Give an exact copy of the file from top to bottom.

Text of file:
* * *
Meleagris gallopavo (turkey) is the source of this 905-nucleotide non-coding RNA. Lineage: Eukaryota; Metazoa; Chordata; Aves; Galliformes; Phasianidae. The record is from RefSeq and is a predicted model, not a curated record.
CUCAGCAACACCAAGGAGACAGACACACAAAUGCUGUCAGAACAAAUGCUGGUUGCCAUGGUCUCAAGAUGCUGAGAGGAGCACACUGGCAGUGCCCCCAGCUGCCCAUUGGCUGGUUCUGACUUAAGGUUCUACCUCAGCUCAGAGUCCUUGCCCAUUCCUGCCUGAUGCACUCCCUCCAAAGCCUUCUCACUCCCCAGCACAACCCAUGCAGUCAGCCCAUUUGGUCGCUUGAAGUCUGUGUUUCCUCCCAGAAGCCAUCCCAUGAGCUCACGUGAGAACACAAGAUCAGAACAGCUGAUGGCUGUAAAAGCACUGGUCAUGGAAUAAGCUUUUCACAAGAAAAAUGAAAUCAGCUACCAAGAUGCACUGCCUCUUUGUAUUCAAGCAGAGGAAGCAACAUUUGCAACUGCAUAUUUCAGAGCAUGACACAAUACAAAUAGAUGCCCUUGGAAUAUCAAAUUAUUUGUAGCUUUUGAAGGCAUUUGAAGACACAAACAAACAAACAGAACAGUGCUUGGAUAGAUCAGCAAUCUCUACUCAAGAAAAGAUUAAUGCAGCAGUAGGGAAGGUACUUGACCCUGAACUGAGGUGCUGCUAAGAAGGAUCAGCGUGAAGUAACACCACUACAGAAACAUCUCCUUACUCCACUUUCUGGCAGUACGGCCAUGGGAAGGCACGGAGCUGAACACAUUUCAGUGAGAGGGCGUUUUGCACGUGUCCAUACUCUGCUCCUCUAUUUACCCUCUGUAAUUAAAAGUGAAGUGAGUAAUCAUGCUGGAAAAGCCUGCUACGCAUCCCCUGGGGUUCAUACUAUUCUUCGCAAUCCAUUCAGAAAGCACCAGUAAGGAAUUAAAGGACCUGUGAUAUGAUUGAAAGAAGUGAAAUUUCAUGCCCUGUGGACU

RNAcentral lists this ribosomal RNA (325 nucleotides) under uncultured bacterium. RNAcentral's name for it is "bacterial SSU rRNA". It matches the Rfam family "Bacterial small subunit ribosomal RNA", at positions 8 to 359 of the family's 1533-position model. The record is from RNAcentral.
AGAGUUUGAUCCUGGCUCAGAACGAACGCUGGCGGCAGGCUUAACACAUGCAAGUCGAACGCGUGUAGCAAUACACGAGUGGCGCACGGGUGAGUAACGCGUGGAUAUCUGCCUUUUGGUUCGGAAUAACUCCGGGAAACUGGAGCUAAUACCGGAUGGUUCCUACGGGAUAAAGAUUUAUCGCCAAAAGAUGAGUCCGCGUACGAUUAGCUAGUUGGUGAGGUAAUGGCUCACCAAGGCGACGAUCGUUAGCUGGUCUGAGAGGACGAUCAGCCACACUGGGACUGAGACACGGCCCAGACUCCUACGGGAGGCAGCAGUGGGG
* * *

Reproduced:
Meleagris gallopavo (turkey) is the source of this 905-nucleotide non-coding RNA. Lineage: Eukaryota; Metazoa; Chordata; Aves; Galliformes; Phasianidae. The record is from RefSeq and is a predicted model, not a curated record.
CUCAGCAACACCAAGGAGACAGACACACAAAUGCUGUCAGAACAAAUGCUGGUUGCCAUGGUCUCAAGAUGCUGAGAGGAGCACACUGGCAGUGCCCCCAGCUGCCCAUUGGCUGGUUCUGACUUAAGGUUCUACCUCAGCUCAGAGUCCUUGCCCAUUCCUGCCUGAUGCACUCCCUCCAAAGCCUUCUCACUCCCCAGCACAACCCAUGCAGUCAGCCCAUUUGGUCGCUUGAAGUCUGUGUUUCCUCCCAGAAGCCAUCCCAUGAGCUCACGUGAGAACACAAGAUCAGAACAGCUGAUGGCUGUAAAAGCACUGGUCAUGGAAUAAGCUUUUCACAAGAAAAAUGAAAUCAGCUACCAAGAUGCACUGCCUCUUUGUAUUCAAGCAGAGGAAGCAACAUUUGCAACUGCAUAUUUCAGAGCAUGACACAAUACAAAUAGAUGCCCUUGGAAUAUCAAAUUAUUUGUAGCUUUUGAAGGCAUUUGAAGACACAAACAAACAAACAGAACAGUGCUUGGAUAGAUCAGCAAUCUCUACUCAAGAAAAGAUUAAUGCAGCAGUAGGGAAGGUACUUGACCCUGAACUGAGGUGCUGCUAAGAAGGAUCAGCGUGAAGUAACACCACUACAGAAACAUCUCCUUACUCCACUUUCUGGCAGUACGGCCAUGGGAAGGCACGGAGCUGAACACAUUUCAGUGAGAGGGCGUUUUGCACGUGUCCAUACUCUGCUCCUCUAUUUACCCUCUGUAAUUAAAAGUGAAGUGAGUAAUCAUGCUGGAAAAGCCUGCUACGCAUCCCCUGGGGUUCAUACUAUUCUUCGCAAUCCAUUCAGAAAGCACCAGUAAGGAAUUAAAGGACCUGUGAUAUGAUUGAAAGAAGUGAAAUUUCAUGCCCUGUGGACU

RNAcentral lists this ribosomal RNA (325 nucleotides) under uncultured bacterium. RNAcentral's name for it is "bacterial SSU rRNA". It matches the Rfam family "Bacterial small subunit ribosomal RNA", at positions 8 to 359 of the family's 1533-position model. The record is from RNAcentral.
AGAGUUUGAUCCUGGCUCAGAACGAACGCUGGCGGCAGGCUUAACACAUGCAAGUCGAACGCGUGUAGCAAUACACGAGUGGCGCACGGGUGAGUAACGCGUGGAUAUCUGCCUUUUGGUUCGGAAUAACUCCGGGAAACUGGAGCUAAUACCGGAUGGUUCCUACGGGAUAAAGAUUUAUCGCCAAAAGAUGAGUCCGCGUACGAUUAGCUAGUUGGUGAGGUAAUGGCUCACCAAGGCGACGAUCGUUAGCUGGUCUGAGAGGACGAUCAGCCACACUGGGACUGAGACACGGCCCAGACUCCUACGGGAGGCAGCAGUGGGG